Michigan state Sen. Joe Hune has introduced a bill that would cut state cigarette taxes by $1.00 per pack. If adopted, this would represent a sea change in the thinking behind two cigarette tax hikes over the past nine years, which raised the per-pack tax from 75 cents in 2002 to $1.25 in 2004 and then to $2.00 in 2004. Michigan is currently tied for 11th highest cigarette tax in the nation, making it a target for lucrative smuggling operations. Importantly, Sen. Hune’s Senate Bill 517 would go a long way toward reducing cigarette smuggling and other negative unintended consequences.

Two separate Mackinac Center studies in 2008 and 2010 showed that two different types of cigarette smuggling have become rampant in the state: casual and commercial. Casual smuggling is basically just individuals making a run for the state border to obtain cheaper smokes primarily for their own use. Commercial smugglers not only operate on a much larger scale, but typically make their hauls from more distant states. Todd Nesbit and I estimated that in 2010 a whopping 26 percent of all cigarettes smoked in Michigan were of the contraband variety.

Behind these numbers, both Mackinac Center studies also detailed a raft of other unintended consequences, including smuggling-related violence against citizens, police and property. Right here in Michigan, there have already been incidents involving at least one close call for a police officer, multiple hijackings including one in which a citizen was shot, and thefts of tobacco products from a wholesaler. In one incident, men were running illegal cigarettes into the state with the intention of redirecting their smuggling profits to the Hezbollah terrorist organization.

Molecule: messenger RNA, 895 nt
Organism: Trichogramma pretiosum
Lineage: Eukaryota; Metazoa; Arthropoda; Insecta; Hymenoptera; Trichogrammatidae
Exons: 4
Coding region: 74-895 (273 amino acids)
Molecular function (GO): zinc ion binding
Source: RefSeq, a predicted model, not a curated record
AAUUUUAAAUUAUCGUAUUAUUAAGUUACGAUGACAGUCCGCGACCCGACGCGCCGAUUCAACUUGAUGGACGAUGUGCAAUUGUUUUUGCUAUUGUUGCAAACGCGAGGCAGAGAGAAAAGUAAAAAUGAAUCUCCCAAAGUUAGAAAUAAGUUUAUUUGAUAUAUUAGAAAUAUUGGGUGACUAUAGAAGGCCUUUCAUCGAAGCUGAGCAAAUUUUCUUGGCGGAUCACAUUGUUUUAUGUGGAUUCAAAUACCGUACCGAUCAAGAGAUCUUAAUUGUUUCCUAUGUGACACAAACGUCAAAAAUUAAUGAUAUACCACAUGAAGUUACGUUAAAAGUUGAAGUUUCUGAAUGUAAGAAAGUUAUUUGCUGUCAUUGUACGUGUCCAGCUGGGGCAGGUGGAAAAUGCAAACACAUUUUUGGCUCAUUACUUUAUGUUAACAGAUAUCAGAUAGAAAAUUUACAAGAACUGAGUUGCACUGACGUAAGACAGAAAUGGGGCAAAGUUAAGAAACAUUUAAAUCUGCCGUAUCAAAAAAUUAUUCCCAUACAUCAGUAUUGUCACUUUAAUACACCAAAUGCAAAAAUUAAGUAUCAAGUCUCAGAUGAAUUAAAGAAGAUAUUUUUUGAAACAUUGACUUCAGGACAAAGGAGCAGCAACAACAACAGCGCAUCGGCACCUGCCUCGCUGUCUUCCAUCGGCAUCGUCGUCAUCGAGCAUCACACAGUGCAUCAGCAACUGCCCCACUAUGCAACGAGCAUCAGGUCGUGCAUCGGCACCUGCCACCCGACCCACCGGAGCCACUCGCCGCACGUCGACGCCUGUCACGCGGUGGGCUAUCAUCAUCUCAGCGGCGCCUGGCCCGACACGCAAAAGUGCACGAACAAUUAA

Using the statistical model that Todd Nesbitt and I developed to measure smuggling in 47 of the 48 contiguous states, he was able to run an instant “what-if” scenario on the Hune tax cut proposal. This indicated that the percentage of smuggled cigarettes in Michigan would fall from 26 percent of the market to fewer than 16 percent.

Although state tobacco tax revenue would fall by around $333 million if the bill became law, this could be made up by adopting some of the many budget cut recommendations made by the Mackinac Center in recent years. More important, it would reduce illicit trafficking, reduce the potential for more crimes and violence and, oh yes, give consumers a break too.